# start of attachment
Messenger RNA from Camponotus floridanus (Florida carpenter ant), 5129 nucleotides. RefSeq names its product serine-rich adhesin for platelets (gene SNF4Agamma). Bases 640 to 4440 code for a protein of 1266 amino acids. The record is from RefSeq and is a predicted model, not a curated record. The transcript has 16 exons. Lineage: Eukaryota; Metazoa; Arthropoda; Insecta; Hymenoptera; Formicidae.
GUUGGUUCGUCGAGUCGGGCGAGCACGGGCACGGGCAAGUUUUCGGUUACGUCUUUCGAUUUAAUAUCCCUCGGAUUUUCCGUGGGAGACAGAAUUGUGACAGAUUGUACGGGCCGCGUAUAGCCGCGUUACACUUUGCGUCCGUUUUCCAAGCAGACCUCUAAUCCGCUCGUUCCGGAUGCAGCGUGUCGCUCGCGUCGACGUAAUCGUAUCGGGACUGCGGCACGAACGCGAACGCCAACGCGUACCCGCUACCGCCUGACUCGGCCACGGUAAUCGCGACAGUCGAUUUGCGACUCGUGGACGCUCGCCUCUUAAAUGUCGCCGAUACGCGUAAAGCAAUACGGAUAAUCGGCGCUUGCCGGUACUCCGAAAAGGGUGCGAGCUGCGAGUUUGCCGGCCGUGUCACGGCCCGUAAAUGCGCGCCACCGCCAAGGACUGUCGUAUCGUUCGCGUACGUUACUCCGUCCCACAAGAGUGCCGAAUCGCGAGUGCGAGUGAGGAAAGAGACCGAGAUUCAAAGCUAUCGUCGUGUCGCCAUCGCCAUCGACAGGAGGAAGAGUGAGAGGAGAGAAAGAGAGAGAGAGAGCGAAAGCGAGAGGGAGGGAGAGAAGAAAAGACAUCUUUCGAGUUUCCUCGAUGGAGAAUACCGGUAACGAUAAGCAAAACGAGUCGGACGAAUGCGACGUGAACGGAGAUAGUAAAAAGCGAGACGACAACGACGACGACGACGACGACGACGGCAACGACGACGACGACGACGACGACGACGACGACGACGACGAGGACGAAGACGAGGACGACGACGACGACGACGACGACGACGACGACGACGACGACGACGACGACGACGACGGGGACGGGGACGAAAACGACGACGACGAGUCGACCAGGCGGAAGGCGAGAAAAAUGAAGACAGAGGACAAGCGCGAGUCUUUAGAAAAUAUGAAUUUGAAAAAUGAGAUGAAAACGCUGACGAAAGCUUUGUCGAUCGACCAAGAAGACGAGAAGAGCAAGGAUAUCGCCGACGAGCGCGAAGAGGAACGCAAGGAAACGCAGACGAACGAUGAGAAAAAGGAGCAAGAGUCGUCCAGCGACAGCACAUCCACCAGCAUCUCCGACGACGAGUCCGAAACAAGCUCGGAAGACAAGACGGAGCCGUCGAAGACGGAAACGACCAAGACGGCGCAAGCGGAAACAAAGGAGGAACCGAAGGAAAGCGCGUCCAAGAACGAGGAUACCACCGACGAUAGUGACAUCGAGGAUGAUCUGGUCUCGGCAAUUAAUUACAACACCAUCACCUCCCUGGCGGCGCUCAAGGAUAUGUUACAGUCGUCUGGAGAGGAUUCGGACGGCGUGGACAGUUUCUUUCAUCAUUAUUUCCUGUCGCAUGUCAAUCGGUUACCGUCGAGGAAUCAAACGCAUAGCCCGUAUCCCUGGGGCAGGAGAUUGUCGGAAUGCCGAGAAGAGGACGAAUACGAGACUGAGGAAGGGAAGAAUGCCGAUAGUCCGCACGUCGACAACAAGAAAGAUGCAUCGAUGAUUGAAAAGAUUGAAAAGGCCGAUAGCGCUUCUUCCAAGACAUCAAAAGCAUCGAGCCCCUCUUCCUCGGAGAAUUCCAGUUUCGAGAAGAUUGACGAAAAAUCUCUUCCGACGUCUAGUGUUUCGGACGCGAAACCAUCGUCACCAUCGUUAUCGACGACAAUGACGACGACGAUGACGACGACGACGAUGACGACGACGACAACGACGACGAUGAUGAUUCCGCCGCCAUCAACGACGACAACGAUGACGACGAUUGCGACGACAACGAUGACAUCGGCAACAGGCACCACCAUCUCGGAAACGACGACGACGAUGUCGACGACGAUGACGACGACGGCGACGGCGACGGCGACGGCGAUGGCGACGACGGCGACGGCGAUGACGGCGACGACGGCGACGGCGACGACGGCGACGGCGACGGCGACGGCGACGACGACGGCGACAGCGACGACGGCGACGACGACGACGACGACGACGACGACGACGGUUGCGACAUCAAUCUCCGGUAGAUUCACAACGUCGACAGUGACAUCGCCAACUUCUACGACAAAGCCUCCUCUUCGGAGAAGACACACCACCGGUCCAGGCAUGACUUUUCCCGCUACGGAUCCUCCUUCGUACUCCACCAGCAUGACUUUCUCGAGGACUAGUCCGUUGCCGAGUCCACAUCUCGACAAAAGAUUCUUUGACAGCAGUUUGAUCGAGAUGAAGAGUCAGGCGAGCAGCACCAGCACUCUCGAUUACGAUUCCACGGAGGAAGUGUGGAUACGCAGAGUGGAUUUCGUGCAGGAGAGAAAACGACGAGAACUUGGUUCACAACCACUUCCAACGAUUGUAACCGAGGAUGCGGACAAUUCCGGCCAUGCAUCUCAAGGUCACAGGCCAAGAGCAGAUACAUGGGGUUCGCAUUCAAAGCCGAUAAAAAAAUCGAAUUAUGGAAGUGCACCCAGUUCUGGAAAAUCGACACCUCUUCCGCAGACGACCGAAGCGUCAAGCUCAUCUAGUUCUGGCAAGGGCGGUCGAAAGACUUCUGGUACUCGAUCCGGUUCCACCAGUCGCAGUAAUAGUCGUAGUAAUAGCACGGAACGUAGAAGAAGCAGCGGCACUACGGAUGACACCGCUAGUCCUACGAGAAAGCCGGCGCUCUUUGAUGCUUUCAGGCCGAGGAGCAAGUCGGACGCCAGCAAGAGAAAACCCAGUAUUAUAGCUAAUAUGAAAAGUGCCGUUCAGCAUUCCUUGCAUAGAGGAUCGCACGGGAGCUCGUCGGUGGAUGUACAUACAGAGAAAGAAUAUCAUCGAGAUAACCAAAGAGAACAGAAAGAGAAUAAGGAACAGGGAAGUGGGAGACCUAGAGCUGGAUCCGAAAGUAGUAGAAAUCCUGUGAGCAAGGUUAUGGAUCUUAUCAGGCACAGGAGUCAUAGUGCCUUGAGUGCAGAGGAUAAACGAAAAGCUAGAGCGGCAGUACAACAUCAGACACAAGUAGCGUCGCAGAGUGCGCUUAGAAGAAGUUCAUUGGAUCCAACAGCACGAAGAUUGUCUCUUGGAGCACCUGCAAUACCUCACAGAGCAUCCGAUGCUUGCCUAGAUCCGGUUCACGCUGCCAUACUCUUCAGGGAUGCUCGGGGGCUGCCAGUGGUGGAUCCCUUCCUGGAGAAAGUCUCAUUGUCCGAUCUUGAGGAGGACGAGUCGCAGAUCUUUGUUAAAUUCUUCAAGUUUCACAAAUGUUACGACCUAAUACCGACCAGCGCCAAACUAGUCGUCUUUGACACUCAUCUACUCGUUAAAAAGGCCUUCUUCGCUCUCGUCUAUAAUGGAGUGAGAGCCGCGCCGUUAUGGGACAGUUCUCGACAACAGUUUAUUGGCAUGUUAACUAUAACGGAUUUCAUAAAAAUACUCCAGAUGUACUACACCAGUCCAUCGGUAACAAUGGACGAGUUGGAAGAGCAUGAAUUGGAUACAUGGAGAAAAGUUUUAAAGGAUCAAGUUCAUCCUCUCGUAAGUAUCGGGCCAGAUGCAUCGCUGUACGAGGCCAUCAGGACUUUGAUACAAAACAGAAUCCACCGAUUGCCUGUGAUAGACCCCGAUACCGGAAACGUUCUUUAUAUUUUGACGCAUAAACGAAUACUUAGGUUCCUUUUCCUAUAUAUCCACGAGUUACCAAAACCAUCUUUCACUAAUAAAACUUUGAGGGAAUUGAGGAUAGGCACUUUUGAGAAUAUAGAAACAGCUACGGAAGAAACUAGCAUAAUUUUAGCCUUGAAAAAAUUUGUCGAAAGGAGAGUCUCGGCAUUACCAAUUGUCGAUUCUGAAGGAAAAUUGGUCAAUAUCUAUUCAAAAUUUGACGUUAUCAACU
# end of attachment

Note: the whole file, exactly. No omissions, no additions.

Messenger RNA from Camponotus floridanus (Florida carpenter ant), 5129 nucleotides. RefSeq names its product serine-rich adhesin for platelets (gene SNF4Agamma). Bases 640 to 4440 code for a protein of 1266 amino acids. The record is from RefSeq and is a predicted model, not a curated record. The transcript has 16 exons. Lineage: Eukaryota; Metazoa; Arthropoda; Insecta; Hymenoptera; Formicidae.
GUUGGUUCGUCGAGUCGGGCGAGCACGGGCACGGGCAAGUUUUCGGUUACGUCUUUCGAUUUAAUAUCCCUCGGAUUUUCCGUGGGAGACAGAAUUGUGACAGAUUGUACGGGCCGCGUAUAGCCGCGUUACACUUUGCGUCCGUUUUCCAAGCAGACCUCUAAUCCGCUCGUUCCGGAUGCAGCGUGUCGCUCGCGUCGACGUAAUCGUAUCGGGACUGCGGCACGAACGCGAACGCCAACGCGUACCCGCUACCGCCUGACUCGGCCACGGUAAUCGCGACAGUCGAUUUGCGACUCGUGGACGCUCGCCUCUUAAAUGUCGCCGAUACGCGUAAAGCAAUACGGAUAAUCGGCGCUUGCCGGUACUCCGAAAAGGGUGCGAGCUGCGAGUUUGCCGGCCGUGUCACGGCCCGUAAAUGCGCGCCACCGCCAAGGACUGUCGUAUCGUUCGCGUACGUUACUCCGUCCCACAAGAGUGCCGAAUCGCGAGUGCGAGUGAGGAAAGAGACCGAGAUUCAAAGCUAUCGUCGUGUCGCCAUCGCCAUCGACAGGAGGAAGAGUGAGAGGAGAGAAAGAGAGAGAGAGAGCGAAAGCGAGAGGGAGGGAGAGAAGAAAAGACAUCUUUCGAGUUUCCUCGAUGGAGAAUACCGGUAACGAUAAGCAAAACGAGUCGGACGAAUGCGACGUGAACGGAGAUAGUAAAAAGCGAGACGACAACGACGACGACGACGACGACGACGGCAACGACGACGACGACGACGACGACGACGACGACGACGACGAGGACGAAGACGAGGACGACGACGACGACGACGACGACGACGACGACGACGACGACGACGACGACGACGACGGGGACGGGGACGAAAACGACGACGACGAGUCGACCAGGCGGAAGGCGAGAAAAAUGAAGACAGAGGACAAGCGCGAGUCUUUAGAAAAUAUGAAUUUGAAAAAUGAGAUGAAAACGCUGACGAAAGCUUUGUCGAUCGACCAAGAAGACGAGAAGAGCAAGGAUAUCGCCGACGAGCGCGAAGAGGAACGCAAGGAAACGCAGACGAACGAUGAGAAAAAGGAGCAAGAGUCGUCCAGCGACAGCACAUCCACCAGCAUCUCCGACGACGAGUCCGAAACAAGCUCGGAAGACAAGACGGAGCCGUCGAAGACGGAAACGACCAAGACGGCGCAAGCGGAAACAAAGGAGGAACCGAAGGAAAGCGCGUCCAAGAACGAGGAUACCACCGACGAUAGUGACAUCGAGGAUGAUCUGGUCUCGGCAAUUAAUUACAACACCAUCACCUCCCUGGCGGCGCUCAAGGAUAUGUUACAGUCGUCUGGAGAGGAUUCGGACGGCGUGGACAGUUUCUUUCAUCAUUAUUUCCUGUCGCAUGUCAAUCGGUUACCGUCGAGGAAUCAAACGCAUAGCCCGUAUCCCUGGGGCAGGAGAUUGUCGGAAUGCCGAGAAGAGGACGAAUACGAGACUGAGGAAGGGAAGAAUGCCGAUAGUCCGCACGUCGACAACAAGAAAGAUGCAUCGAUGAUUGAAAAGAUUGAAAAGGCCGAUAGCGCUUCUUCCAAGACAUCAAAAGCAUCGAGCCCCUCUUCCUCGGAGAAUUCCAGUUUCGAGAAGAUUGACGAAAAAUCUCUUCCGACGUCUAGUGUUUCGGACGCGAAACCAUCGUCACCAUCGUUAUCGACGACAAUGACGACGACGAUGACGACGACGACGAUGACGACGACGACAACGACGACGAUGAUGAUUCCGCCGCCAUCAACGACGACAACGAUGACGACGAUUGCGACGACAACGAUGACAUCGGCAACAGGCACCACCAUCUCGGAAACGACGACGACGAUGUCGACGACGAUGACGACGACGGCGACGGCGACGGCGACGGCGAUGGCGACGACGGCGACGGCGAUGACGGCGACGACGGCGACGGCGACGACGGCGACGGCGACGGCGACGGCGACGACGACGGCGACAGCGACGACGGCGACGACGACGACGACGACGACGACGACGACGGUUGCGACAUCAAUCUCCGGUAGAUUCACAACGUCGACAGUGACAUCGCCAACUUCUACGACAAAGCCUCCUCUUCGGAGAAGACACACCACCGGUCCAGGCAUGACUUUUCCCGCUACGGAUCCUCCUUCGUACUCCACCAGCAUGACUUUCUCGAGGACUAGUCCGUUGCCGAGUCCACAUCUCGACAAAAGAUUCUUUGACAGCAGUUUGAUCGAGAUGAAGAGUCAGGCGAGCAGCACCAGCACUCUCGAUUACGAUUCCACGGAGGAAGUGUGGAUACGCAGAGUGGAUUUCGUGCAGGAGAGAAAACGACGAGAACUUGGUUCACAACCACUUCCAACGAUUGUAACCGAGGAUGCGGACAAUUCCGGCCAUGCAUCUCAAGGUCACAGGCCAAGAGCAGAUACAUGGGGUUCGCAUUCAAAGCCGAUAAAAAAAUCGAAUUAUGGAAGUGCACCCAGUUCUGGAAAAUCGACACCUCUUCCGCAGACGACCGAAGCGUCAAGCUCAUCUAGUUCUGGCAAGGGCGGUCGAAAGACUUCUGGUACUCGAUCCGGUUCCACCAGUCGCAGUAAUAGUCGUAGUAAUAGCACGGAACGUAGAAGAAGCAGCGGCACUACGGAUGACACCGCUAGUCCUACGAGAAAGCCGGCGCUCUUUGAUGCUUUCAGGCCGAGGAGCAAGUCGGACGCCAGCAAGAGAAAACCCAGUAUUAUAGCUAAUAUGAAAAGUGCCGUUCAGCAUUCCUUGCAUAGAGGAUCGCACGGGAGCUCGUCGGUGGAUGUACAUACAGAGAAAGAAUAUCAUCGAGAUAACCAAAGAGAACAGAAAGAGAAUAAGGAACAGGGAAGUGGGAGACCUAGAGCUGGAUCCGAAAGUAGUAGAAAUCCUGUGAGCAAGGUUAUGGAUCUUAUCAGGCACAGGAGUCAUAGUGCCUUGAGUGCAGAGGAUAAACGAAAAGCUAGAGCGGCAGUACAACAUCAGACACAAGUAGCGUCGCAGAGUGCGCUUAGAAGAAGUUCAUUGGAUCCAACAGCACGAAGAUUGUCUCUUGGAGCACCUGCAAUACCUCACAGAGCAUCCGAUGCUUGCCUAGAUCCGGUUCACGCUGCCAUACUCUUCAGGGAUGCUCGGGGGCUGCCAGUGGUGGAUCCCUUCCUGGAGAAAGUCUCAUUGUCCGAUCUUGAGGAGGACGAGUCGCAGAUCUUUGUUAAAUUCUUCAAGUUUCACAAAUGUUACGACCUAAUACCGACCAGCGCCAAACUAGUCGUCUUUGACACUCAUCUACUCGUUAAAAAGGCCUUCUUCGCUCUCGUCUAUAAUGGAGUGAGAGCCGCGCCGUUAUGGGACAGUUCUCGACAACAGUUUAUUGGCAUGUUAACUAUAACGGAUUUCAUAAAAAUACUCCAGAUGUACUACACCAGUCCAUCGGUAACAAUGGACGAGUUGGAAGAGCAUGAAUUGGAUACAUGGAGAAAAGUUUUAAAGGAUCAAGUUCAUCCUCUCGUAAGUAUCGGGCCAGAUGCAUCGCUGUACGAGGCCAUCAGGACUUUGAUACAAAACAGAAUCCACCGAUUGCCUGUGAUAGACCCCGAUACCGGAAACGUUCUUUAUAUUUUGACGCAUAAACGAAUACUUAGGUUCCUUUUCCUAUAUAUCCACGAGUUACCAAAACCAUCUUUCACUAAUAAAACUUUGAGGGAAUUGAGGAUAGGCACUUUUGAGAAUAUAGAAACAGCUACGGAAGAAACUAGCAUAAUUUUAGCCUUGAAAAAAUUUGUCGAAAGGAGAGUCUCGGCAUUACCAAUUGUCGAUUCUGAAGGAAAAUUGGUCAAUAUCUAUUCAAAAUUUGACGUUAUCAACU